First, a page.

Republicans' latest health care plan would create winners and losers among Americans up and down the income ladder, and across age groups.It would give consumers more responsibility for their insurance choices, a goal long held by conservatives who argue that's key to a true health care market. Younger adults and healthy people in the solid middle class may find more agreeable options. But low-income people may not be able to afford coverage, along with older and sicker adults. (7/15)

The Wall Street Journal: States To Health Insurers: Please Come Back
Nevada officials were stunned last month to learn that Anthem Inc., the only insurer selling plans statewide through the insurance exchange, was planning to pull back next year, leaving consumers in most counties with no way to get plans under the Affordable Care Act. “It felt like a gut punch,” says Heather Korbulic, executive director of Nevada’s insurance exchange, where consumers buy ACA coverage online. When she learned of the situation from insurer filings, she says, she blurted out loud: “Holy shit, what are we going to do?” Nevada officials quickly began pushing to solve the problem. (Wilde Mathews, 7/14)

The Washington Post: In An Arid, Lonely Stretch Out West, The Health Coverage That Bloomed Is Now At Risk
In this speck of high desert, along a stretch of highway that Life magazine once called the loneliest road in America, the only doctor in town comes just one day a week. In the past few years, though, health insurance has arrived in force. The county that includes Silver Springs now has more than 3,500 additional residents on Medicaid, because Nevada’s governor was the first Republican in the country to expand the program through the Affordable Care Act. Nearly 1,400 others have private plans through the law and the Silver State Health Insurance Exchange. (Goldstein, 7/16)

Politico: How Hospitals Got Richer Off Obamacare
A decade after the nation’s top hospitals used all their advertising and lobbying clout to keep their tax-exempt status, pointing to their vast givebacks to their communities, they have seen their revenue soar while cutting back on the very givebacks they were touting, according to a POLITICO analysis. (Diamond, 7/17)

Politico: How The Cleveland Clinic Grows Healthier While Its Neighbors Stay Sick
On the Cleveland Clinic’s sprawling campus one day last year, the hospital’s brain trust sat in all-white rooms and under soaring ceilings, looking down on a park outside and planning the next expansion of the $8 billion health system. A level down, in the Clinic’s expansive alumni library, staff browsed century-old texts while exhausted doctors took naps in cubbies. And in the basement, a cutting-edge biorobotics lab was simulating how humans walk using a cyborg-like meld of metallic and cadaver parts. (Diamond, 7/17)

Los Angeles Times: One Child, A $21-Million Medical Bill: How A Tiny Number Of Patients Poses A Huge Challenge For Medi-Cal
Somewhere in California, one child’s medical expenses in 2014 totaled $21 million — a bill covered entirely by Medi-Cal, the state’s version of Medicaid. The child’s condition is not known. But the cost of care was mentioned in recent Twitter and Facebook posts by Jennifer Kent, head of the state Department of Health Care Services, which runs Medi-Cal. (Karlamangla, 7/16)

Politico: White House Announces New Theme Weeks Amid Health Care Bill Uncertainty
With Republicans’ health care bill in jeopardy, the White House is once again turning to a series of unrelated themed weeks to organize President Donald Trump’s schedule. ... Administration officials bristled at the notion that the themed weeks could distract from the debate over repealing and replacing Obamacare, one of the president’s biggest policy priorities. (Restuccia, 7/16)

NPR: Rural Arizona's Doctor Shortage A Symptom Of 'Forgotten America'
For Heather Gijanto, going to the doctor means taking a day off work and driving at least 60 miles round trip from her home in McNeal, Ariz., to the town of Bisbee. And that is assuming there is a primary care doctor available in Bisbee to get her in. "You select one doctor and then you find out a few months later that that doctor is no longer going to be available," Gijanto says. "So then you have to start the whole process over again. And then you find that doctor and, for whatever reason, that doctor leaves as well." (Siegler, 7/14)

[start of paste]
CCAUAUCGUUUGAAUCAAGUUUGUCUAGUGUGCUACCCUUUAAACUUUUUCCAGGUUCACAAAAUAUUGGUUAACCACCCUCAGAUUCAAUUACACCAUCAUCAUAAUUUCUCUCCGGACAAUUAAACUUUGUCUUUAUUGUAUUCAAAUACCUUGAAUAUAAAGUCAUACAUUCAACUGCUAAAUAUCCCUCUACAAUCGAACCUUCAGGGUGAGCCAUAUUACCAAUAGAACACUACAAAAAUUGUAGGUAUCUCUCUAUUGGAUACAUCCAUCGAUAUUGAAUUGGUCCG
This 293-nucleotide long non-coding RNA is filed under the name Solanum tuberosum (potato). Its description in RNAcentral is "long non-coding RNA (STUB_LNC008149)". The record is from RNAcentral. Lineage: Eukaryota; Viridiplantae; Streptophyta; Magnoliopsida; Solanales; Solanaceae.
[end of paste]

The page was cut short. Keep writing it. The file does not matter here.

Los Angeles Times: An Overdose, A Young Companion, Drug-Fueled Parties: The Secret Life Of Then-USC Med School Dean
In USC’s lecture halls, labs and executive offices, Dr. Carmen A. Puliafito was a towering figure. The dean of the Keck School of Medicine was a renowned eye surgeon whose skill in the operating room was matched by a gift for attracting money and talent to the university.There was another side to the Harvard-educated physician. (Pringle, Ryan, Elmahrek, Hamilton and Parvini, 7/17)

The New York Times: ‘To The Bone’ Opens Frank Dialogue On Eating Disorders: ‘They Steal Your Voice’
When Marti Noxon set out to make “To the Bone,” a film about a 20-year-old battling an eating disorder, she initially faced the question: Was the topic too niche? The answer came in the form of a rousing premiere in January at the Sundance Film Festival, Netflix’s reported $8 million purchase of the film, a trailer that went viral with 54 million views in the first week and arguments over whether it glamorized excessive thinness. The film debuted on Netflix on Friday. (Minsberg, 7/14)

NPR: Artificial Sweeteners Don't Help With Weight Loss
The theory behind artificial sweeteners is simple: If you use them instead of sugar, you get the joy of sweet-tasting beverages and foods without the downer of extra calories, potential weight gain and related health issues. In practice, it's not so simple, as a review of the scientific evidence on non-nutritive sweeteners published Monday shows. (Hobson, 7/17)

NPR: High Alzheimer's Rates Among African-Americans May Be Tied To Poverty
Harsh life experiences appear to leave African-Americans vulnerable to Alzheimer's and other forms of dementia, researchers reported Sunday at the Alzheimer's Association International Conference in London. Several teams presented evidence that poverty, disadvantage and stressful life events are strongly associated with cognitive problems in middle age and dementia later in life among African-Americans. (Hamilton, 7/16)

NPR: 'Dirt Is Good': New Book Explores Why Kids Should Be Exposed To Germs
As a new parent, Jack Gilbert got a lot of different advice on how to properly look after his child: when to give him antibiotics or how often he should sterilize his pacifier, for example. After the birth of his second child, Gilbert, a scientist who studies microbial ecosystems at the University of Chicago, decided to find out what's actually known about the risks involved when modern-day children come in contact with germs. (Garcia-Navarro, 7/16)

This is part of the KHN Morning Briefing, a summary of health policy coverage from major news organizations. Sign up for an email subscription.